As Rio nears, gymnastics’ Biles is ready to take charge
CONROE, Texas (AP) — The little girl had to be in charge. It was her way of taking control. Of protecting her younger sister. Of trying to find order during a time when it was in short supply.
So Simone Biles anointed herself the boss, ordering around little sis Adria in their new home to give her something familiar to hold onto. The girls, Adria still in diapers, were living with their grandparents in Texas while their mother struggled with addiction back in Ohio.
“She thought she was a little mom in the house,” Nellie Biles said. “She made decisions for herself and her sister because this was all they knew.”
Nellie Biles and husband Ron adopted the girls 15 years ago, providing the structure they needed. They also unknowingly set the foundation that helped produce what could be the greatest gymnast of her generation.
Stardom, the kind that truly changes a life, awaits Simone Biles. The two-time defending world all-around champion will go for a three-peat at the 2015 championships Glasgow, Scotland starting this weekend. The ever-growing speck in the distance that is the 2016 Summer Olympics creeps closer by the day.
“It’s a little bit scary,” Biles said.
Yet hardly intimidating.
Biles has almost everything she’ll need for that journey. The infectious smile that already has sponsors writing checks. The accessible personality and the soaring routines that NBC’s high definition cameras will beam into millions of homes next summer. The talent to make her the next in a long line of American gymnastics royalty that stretches from Gabby to Nastia to Carly to Mary Lou.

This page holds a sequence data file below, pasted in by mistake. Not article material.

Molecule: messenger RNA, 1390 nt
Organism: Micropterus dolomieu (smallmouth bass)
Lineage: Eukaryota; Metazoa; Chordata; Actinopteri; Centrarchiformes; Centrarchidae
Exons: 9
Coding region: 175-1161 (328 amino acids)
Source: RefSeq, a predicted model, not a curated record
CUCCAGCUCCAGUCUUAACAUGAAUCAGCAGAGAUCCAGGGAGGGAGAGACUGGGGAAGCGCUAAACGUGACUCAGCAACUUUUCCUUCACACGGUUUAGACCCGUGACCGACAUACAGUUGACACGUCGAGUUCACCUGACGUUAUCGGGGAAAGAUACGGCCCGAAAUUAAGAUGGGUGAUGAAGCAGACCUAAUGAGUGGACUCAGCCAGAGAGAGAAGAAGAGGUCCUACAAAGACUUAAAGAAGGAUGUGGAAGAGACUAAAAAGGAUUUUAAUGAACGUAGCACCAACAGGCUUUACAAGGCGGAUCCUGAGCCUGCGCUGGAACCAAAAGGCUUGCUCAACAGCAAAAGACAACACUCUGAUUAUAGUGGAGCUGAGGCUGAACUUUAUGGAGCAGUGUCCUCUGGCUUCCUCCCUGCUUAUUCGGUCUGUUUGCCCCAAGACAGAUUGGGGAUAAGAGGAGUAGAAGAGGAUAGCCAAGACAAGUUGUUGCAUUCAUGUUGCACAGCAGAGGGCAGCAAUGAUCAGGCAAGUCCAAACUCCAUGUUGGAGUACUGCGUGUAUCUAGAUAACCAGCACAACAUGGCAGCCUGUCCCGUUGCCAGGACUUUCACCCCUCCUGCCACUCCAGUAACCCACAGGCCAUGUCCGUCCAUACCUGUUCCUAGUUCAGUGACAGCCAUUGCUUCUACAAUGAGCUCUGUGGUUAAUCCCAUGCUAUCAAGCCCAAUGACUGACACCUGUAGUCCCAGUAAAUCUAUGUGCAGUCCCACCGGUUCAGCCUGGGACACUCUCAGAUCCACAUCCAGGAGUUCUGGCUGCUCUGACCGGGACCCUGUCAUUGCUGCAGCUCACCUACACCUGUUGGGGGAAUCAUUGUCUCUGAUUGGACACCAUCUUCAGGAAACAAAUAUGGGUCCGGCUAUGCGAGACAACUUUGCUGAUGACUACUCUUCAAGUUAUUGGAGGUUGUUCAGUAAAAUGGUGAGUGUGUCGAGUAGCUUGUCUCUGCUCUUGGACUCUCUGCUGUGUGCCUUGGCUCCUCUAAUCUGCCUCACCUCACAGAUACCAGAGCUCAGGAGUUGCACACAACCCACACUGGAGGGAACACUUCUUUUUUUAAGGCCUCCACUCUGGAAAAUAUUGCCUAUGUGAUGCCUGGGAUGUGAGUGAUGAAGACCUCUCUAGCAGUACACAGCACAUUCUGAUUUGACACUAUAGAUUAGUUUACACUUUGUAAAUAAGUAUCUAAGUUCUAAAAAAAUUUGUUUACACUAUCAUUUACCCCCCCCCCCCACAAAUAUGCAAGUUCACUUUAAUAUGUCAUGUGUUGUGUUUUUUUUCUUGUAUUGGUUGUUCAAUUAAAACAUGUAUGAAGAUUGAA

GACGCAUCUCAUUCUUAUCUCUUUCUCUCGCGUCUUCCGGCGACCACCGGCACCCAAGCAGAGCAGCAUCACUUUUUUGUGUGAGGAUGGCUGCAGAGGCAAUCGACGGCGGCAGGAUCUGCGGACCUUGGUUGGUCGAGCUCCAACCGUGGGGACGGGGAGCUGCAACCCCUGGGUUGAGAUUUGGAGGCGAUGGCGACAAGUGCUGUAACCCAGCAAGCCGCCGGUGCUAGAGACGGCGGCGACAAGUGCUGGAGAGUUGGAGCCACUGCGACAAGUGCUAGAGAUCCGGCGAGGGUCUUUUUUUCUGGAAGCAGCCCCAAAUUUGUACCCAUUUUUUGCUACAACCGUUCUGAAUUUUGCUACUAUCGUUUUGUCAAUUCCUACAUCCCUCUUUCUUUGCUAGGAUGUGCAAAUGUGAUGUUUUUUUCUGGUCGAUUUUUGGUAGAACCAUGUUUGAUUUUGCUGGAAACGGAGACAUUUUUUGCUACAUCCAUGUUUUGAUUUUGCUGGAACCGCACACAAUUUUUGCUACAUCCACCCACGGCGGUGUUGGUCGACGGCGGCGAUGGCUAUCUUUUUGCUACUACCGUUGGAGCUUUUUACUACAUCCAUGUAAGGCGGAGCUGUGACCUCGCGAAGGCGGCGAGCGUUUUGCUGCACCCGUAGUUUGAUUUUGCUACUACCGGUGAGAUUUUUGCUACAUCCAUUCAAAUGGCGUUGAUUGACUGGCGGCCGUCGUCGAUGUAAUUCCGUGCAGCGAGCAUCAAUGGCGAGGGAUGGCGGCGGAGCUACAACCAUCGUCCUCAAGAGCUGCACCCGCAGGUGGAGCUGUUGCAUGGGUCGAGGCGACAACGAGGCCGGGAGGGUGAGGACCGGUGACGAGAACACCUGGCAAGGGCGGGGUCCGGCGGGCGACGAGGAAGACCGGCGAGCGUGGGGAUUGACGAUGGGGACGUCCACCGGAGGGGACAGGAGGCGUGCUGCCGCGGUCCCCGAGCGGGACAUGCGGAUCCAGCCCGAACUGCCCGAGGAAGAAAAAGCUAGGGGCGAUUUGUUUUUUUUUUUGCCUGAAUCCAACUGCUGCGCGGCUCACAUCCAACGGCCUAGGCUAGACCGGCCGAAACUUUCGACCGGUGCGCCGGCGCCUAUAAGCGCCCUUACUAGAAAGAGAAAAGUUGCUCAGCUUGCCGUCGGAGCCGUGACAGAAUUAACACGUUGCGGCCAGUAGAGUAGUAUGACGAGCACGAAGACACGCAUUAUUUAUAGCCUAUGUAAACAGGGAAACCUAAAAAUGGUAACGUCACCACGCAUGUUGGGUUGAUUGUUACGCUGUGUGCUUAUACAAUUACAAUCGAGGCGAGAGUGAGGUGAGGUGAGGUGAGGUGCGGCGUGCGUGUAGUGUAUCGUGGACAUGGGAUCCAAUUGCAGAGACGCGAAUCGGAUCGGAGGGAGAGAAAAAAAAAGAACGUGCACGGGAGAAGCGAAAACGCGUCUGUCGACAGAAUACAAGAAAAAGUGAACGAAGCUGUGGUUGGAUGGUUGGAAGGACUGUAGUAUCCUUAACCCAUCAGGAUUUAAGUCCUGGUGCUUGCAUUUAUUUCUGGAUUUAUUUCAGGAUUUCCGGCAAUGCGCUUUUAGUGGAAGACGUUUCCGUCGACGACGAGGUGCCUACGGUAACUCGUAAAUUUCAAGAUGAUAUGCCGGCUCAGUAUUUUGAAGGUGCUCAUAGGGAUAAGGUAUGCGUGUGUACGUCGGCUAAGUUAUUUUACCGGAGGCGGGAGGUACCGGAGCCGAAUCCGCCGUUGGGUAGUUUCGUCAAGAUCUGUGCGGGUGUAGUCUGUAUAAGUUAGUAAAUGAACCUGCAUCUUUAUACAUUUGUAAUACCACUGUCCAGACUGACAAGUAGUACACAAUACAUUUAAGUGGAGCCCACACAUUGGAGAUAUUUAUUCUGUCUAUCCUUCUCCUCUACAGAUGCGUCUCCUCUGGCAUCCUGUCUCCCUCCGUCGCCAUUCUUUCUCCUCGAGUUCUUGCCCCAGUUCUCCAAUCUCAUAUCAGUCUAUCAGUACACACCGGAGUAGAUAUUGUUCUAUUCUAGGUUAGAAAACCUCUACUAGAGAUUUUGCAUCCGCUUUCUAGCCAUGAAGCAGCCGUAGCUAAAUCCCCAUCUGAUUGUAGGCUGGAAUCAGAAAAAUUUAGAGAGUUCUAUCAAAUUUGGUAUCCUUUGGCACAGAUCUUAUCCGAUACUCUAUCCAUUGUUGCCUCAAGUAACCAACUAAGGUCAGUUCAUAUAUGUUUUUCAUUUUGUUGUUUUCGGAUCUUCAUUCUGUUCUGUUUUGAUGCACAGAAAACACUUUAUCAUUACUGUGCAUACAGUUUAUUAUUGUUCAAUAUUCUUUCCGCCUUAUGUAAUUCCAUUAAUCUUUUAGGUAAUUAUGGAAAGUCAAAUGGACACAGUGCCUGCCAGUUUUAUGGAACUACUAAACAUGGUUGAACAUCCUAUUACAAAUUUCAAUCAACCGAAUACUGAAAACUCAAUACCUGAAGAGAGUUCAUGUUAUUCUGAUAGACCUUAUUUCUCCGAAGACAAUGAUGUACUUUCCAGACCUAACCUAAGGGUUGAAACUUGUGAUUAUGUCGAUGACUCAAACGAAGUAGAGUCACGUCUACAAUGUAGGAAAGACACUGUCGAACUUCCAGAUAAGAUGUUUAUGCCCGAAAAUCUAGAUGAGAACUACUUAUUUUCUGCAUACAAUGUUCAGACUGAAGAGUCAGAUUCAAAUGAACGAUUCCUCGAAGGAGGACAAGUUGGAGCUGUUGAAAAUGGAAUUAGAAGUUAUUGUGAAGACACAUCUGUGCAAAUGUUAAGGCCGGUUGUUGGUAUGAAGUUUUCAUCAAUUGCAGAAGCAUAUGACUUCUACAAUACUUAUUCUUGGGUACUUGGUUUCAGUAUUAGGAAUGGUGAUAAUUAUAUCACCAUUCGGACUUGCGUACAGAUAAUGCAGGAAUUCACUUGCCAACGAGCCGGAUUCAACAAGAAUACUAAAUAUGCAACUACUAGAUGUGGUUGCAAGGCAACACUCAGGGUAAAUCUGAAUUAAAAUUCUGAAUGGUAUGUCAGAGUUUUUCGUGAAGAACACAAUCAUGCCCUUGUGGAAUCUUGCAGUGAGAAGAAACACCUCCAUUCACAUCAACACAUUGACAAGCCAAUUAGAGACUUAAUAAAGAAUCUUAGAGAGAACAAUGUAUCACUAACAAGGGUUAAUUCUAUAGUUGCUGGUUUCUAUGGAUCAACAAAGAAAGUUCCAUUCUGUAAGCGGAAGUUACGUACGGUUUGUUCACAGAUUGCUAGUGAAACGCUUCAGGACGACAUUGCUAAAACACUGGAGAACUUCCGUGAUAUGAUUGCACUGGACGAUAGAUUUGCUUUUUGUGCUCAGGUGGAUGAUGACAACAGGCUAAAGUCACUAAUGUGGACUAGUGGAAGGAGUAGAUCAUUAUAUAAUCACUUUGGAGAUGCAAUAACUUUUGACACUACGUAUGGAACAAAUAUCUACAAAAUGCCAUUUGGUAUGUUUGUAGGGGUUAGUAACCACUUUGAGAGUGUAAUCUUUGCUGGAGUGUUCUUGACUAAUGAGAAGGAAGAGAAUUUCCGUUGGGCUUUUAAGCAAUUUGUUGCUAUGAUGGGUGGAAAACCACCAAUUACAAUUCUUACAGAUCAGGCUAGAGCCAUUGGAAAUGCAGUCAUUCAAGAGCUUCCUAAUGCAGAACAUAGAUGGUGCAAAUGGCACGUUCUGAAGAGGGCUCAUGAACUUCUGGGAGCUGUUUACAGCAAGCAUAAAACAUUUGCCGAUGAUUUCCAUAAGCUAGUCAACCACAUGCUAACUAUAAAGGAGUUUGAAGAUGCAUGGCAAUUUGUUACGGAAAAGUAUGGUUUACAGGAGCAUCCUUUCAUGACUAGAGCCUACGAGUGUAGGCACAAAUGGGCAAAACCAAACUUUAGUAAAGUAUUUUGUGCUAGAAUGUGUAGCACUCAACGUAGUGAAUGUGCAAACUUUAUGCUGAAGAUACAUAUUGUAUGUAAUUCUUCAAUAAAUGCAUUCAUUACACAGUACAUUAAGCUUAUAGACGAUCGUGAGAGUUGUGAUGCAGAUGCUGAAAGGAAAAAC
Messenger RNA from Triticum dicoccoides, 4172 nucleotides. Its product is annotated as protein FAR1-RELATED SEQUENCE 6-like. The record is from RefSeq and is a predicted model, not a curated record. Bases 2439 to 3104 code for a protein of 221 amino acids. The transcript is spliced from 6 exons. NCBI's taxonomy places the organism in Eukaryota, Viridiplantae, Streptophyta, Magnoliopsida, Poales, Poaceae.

Most important: the support of a home life that strips away the hype and her own towering expectations and allows her to be just another 18-year-old.
“I want her to be normal,” Nellie Biles said. “I want her to be able to say, ’I’m tired, I don’t want to be bothered.”
At home, she’s just a teenager who requested a belly ring after her first world title in 2013. The daughter whose chores include feeding the family’s four dogs. The girl who better be at her seat for Sunday dinner regardless of whatever time zone she may have been in the day before.
It’s a contrast to those difficult early days.
Simone Biles was born in Columbus, Ohio on March 14, 1997. Her mother, Shanon Biles, struggled off and on with drugs and alcohol.
At one point, Ron Biles received a phone call from a social worker telling him all four of his grandchildren were in foster care. He flew to Ohio and brought all of them to Texas only to have them head back with their mother after less than a year. It didn’t last.
His daughter’s parental rights were terminated shortly thereafter, with Ron Biles taking in Simone and Adria while his older sister adopted Shanon’s two other children.
It wasn’t exactly the life Nellie Biles had planned. When the girls arrived for good in late 2000, she was preparing to be an empty nester, with two sons getting ready for college. Now she had a 3-year-old old and a toddler. There were tears and prayer and the kind of soul searching she wasn’t expecting at 50 approached.
“It was a hard transition for me because they didn’t have any connection to me and I didn’t have any connection to them,” Nellie Biles said.